Food post! Sunday dinner: Chicken pot pie and Fennel, Orange, & Arugula Salad. The recipe for the salad was from Vegetarian by Linda Fraser, while the chicken pot pie was something I made from scratch with no recipe. The salad was one of the more interesting salad recipes from Vegetarian (hubristically subtitled: “The Best-Ever Recipe Collection”). Too many of the recipes in the book’s salad section (about half!) are actually “pasta salads”, and while I have nothing against pasta… I’ll reference an Italian cookbook if I plan to go in that direction. It’s one of the books major short-comings; one other being that there’s no recipes for collard, mustard, turnip greens, or kale. Also the book contains some absurd and inaccurate anecdotes, but it does have its high points: it’s well-organized and includes copious full-color illustrations, so you know how what you’re making should look. As for the salad dressing, it was a vinegarette made with balsamic vinegar, olive oil, sea salt, black pepper, and minced garlic. As Alton Brown recommends, the ingredients for the vinegarette were combined in a cocktail shaker and only assembled via vigerous shaking at the last minute. The pot pie was cooked in a cast iron pot using a premade crust, chicken breast, frozen peas, red onion, and a creamy roux made from butter, flour, salt, lots of pepper, dry milk, water, and some of that herb blend from St. George Island. Easy peasy.
Food post! Sunday lunch: Chicken with walnut sauce (pechugas en nogada), sweet potatoes with tequila (camutes con limas y tequila), and steamed asperagus. Recipes from Cuisine of the World: Mexico by Julia Fernández. This was a fun recipe to make, the chicken was baked and topped with yellow bell peppers and a walnut sauce that was made with chicken broth, sour ceam, cream cheese, and half a cup of walnuts that had been crushed in a food processor. The sweet potatoes were pan-fried in butter and sprinkled with sugar, tequila, lemon juice (recipe called for lime juice, but I was out), and salt. The asperagus were simply steamed and served with sliced lemon.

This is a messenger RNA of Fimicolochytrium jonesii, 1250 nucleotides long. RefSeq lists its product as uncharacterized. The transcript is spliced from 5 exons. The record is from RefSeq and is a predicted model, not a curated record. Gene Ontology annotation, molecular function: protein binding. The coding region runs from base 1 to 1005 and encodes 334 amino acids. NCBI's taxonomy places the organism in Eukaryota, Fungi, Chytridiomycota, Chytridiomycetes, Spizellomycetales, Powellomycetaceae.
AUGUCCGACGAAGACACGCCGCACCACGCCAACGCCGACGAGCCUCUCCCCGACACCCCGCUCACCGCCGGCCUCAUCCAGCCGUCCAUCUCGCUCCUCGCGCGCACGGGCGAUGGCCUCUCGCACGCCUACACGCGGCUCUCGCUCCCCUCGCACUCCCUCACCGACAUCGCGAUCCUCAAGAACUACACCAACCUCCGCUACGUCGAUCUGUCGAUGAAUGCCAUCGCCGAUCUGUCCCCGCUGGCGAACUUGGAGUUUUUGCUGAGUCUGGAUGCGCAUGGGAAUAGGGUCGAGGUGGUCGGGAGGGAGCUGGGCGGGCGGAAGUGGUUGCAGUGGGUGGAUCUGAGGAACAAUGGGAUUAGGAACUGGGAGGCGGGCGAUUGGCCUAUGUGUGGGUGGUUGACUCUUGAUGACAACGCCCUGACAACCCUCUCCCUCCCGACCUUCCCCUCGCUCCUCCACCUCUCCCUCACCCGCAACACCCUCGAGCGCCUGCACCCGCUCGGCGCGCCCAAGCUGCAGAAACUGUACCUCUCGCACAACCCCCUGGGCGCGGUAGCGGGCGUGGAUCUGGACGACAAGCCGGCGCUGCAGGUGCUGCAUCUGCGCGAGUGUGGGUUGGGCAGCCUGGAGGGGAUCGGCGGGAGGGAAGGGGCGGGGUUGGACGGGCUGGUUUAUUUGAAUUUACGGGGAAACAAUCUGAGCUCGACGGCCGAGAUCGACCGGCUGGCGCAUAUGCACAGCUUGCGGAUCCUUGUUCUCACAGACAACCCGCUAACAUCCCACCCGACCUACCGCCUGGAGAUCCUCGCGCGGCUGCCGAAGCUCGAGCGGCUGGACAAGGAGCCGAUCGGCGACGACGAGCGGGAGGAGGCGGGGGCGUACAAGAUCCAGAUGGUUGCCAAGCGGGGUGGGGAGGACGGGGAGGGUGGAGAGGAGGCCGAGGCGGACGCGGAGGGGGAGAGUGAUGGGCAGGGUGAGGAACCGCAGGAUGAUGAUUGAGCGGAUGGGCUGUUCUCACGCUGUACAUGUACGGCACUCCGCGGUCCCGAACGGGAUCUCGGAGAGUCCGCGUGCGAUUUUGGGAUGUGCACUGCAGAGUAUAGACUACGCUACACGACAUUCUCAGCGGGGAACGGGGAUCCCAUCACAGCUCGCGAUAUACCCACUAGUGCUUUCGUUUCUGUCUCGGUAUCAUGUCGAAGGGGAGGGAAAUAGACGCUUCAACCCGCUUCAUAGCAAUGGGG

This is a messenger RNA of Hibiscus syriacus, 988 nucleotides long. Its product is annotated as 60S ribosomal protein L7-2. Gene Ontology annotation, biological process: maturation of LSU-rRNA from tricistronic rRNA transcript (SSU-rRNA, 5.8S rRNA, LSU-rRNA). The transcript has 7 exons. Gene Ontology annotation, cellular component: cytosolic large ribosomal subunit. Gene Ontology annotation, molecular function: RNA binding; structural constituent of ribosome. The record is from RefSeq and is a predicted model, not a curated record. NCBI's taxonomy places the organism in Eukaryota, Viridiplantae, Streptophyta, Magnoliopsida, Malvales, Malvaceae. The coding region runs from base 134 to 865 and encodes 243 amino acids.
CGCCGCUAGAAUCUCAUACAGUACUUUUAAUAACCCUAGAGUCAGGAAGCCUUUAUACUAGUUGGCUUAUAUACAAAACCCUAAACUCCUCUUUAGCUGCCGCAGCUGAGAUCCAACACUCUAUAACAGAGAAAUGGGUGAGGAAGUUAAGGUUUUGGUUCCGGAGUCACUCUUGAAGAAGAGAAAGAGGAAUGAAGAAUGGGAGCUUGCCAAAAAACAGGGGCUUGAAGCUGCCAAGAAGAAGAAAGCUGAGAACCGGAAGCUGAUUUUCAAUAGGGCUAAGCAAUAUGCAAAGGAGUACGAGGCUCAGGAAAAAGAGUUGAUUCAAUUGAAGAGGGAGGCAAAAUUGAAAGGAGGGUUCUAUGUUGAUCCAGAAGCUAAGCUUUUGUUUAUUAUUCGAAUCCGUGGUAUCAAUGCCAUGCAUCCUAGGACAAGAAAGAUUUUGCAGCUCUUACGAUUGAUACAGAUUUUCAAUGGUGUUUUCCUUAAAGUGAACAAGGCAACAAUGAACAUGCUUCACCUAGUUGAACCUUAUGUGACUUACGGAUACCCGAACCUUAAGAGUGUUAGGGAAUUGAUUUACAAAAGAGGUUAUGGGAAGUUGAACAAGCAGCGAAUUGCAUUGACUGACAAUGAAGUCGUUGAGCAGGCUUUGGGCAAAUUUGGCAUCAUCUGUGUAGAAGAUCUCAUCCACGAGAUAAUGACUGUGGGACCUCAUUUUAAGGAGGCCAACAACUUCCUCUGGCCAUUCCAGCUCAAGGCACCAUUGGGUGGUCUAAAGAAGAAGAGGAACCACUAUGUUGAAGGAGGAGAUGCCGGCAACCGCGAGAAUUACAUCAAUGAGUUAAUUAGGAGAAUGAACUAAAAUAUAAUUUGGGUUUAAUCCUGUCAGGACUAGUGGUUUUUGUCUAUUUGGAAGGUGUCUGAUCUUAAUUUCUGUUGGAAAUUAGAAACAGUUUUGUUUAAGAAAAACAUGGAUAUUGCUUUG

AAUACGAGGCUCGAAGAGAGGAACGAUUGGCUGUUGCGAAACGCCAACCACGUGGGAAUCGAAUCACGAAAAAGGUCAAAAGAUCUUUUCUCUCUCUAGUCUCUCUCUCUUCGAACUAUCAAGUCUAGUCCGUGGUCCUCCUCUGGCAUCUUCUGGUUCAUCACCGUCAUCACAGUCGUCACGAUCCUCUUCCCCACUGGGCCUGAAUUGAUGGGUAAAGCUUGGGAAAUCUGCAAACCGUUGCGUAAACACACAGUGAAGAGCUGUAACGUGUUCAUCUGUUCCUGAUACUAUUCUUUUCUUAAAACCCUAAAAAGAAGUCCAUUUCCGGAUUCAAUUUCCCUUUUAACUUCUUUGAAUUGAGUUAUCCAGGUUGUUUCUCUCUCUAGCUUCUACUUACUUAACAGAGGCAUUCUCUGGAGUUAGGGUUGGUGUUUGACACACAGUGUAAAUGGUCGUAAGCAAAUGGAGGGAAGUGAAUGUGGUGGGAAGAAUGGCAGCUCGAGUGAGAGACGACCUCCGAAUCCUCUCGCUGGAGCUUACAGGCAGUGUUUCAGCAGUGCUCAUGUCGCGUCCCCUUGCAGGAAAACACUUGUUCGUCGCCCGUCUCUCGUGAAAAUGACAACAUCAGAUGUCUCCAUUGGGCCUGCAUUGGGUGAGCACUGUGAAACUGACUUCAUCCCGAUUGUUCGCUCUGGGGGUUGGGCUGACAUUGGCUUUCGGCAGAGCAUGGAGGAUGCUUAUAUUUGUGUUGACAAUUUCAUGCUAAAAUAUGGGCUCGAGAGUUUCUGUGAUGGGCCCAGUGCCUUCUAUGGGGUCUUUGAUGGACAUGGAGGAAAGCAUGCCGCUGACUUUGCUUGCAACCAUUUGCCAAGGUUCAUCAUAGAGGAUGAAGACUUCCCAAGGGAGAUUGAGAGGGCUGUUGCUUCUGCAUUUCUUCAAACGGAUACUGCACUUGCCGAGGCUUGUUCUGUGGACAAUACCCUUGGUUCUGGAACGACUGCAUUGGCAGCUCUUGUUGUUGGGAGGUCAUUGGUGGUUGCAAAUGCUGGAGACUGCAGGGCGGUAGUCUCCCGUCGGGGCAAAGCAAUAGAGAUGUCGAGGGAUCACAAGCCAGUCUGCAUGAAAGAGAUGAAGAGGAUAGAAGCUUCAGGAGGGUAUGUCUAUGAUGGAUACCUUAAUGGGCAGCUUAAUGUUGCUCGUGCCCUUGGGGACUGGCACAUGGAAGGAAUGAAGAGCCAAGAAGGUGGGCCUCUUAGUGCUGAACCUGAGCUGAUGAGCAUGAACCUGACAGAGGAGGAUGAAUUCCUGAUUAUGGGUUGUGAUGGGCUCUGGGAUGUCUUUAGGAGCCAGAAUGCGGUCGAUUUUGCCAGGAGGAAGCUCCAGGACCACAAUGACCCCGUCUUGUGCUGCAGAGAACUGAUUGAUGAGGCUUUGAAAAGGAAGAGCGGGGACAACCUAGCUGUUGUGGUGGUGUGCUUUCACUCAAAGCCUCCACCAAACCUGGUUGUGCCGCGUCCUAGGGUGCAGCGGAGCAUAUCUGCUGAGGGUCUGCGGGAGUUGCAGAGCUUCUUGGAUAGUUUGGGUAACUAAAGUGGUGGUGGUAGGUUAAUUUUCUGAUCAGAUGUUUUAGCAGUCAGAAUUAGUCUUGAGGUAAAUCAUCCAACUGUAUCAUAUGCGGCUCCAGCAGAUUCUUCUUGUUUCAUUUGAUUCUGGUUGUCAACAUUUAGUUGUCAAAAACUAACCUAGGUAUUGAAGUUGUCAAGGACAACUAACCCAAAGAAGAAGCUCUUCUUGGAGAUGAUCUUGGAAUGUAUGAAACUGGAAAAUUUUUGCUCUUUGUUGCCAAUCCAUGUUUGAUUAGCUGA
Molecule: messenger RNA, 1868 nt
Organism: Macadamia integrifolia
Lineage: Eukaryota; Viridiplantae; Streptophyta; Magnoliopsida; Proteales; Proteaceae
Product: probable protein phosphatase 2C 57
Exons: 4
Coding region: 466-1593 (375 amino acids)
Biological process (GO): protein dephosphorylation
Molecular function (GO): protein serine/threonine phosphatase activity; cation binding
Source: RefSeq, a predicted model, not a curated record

Food post! Saturday lunch: Peppered chicken breast with spinach and strawberry salad. Recipe from the Paleo Diet Cookbook by Loren Cordain. This recipe was in the book under the title “Homewood chicken”, but near as I can tell, it has little or nothing to do with Jefferson county. The chicken was started in the skillet, then baked for 30 minutes, then finished with a 5 minute broil. Easily the most involved Paleo recipe I’ve seen. It was accompanied by fennel, mushrooms, and radishes (the recipe called for tomatoes, but I was out). I served it with a salad of spinach and strawberries topped with cashews and a pepper/lemon juice vinegarette.
Food post! Monday dinner: Altamira Stuffed Chicken, boiled root veggies, and spinach salad. Recipes from The Paleo Diet by Loren Cordain. The recipe actually called for stuffing a whole chicken; I adapted it by tenderizing a chicken breast with a mallet, layering the stuffing on top, then rolling it Cordon Blue style. The stuffing was assembled from chicken livers, celery, apples, raisins, white wine (recipe called for red), and walnuts. The side dish was simply boiled carrots and parsnips, seasoned with pepper and dill. I served it with a spinach salad made with walnuts and grape tomatoes.
And in a side note, I was in New Orleans all last week when the bad weather rolled through Tuscaloosa. I was lucky, I came back to find my house and vehicles were still there. Where I live (north of the river off of Snows Mill Avenue) had hardly any damage. A tree was down in my neighborhood, and part of a fence was blown over. Otherwise, nothing. Like I said, lucky.
Food post! Sunday breakfast: Scrambled eggs, chicken sausage, and blackberries. Didn’t bother with any recipes, just cooked breakfast.
Food post! Saturday lunch: yellow curry soup. Made with yellow bell pepper, minced garlic, eggplant, onions, free-range chicken, straw mushrooms, coconut milk, turmeric, curry powder, cumin, and ground ginger.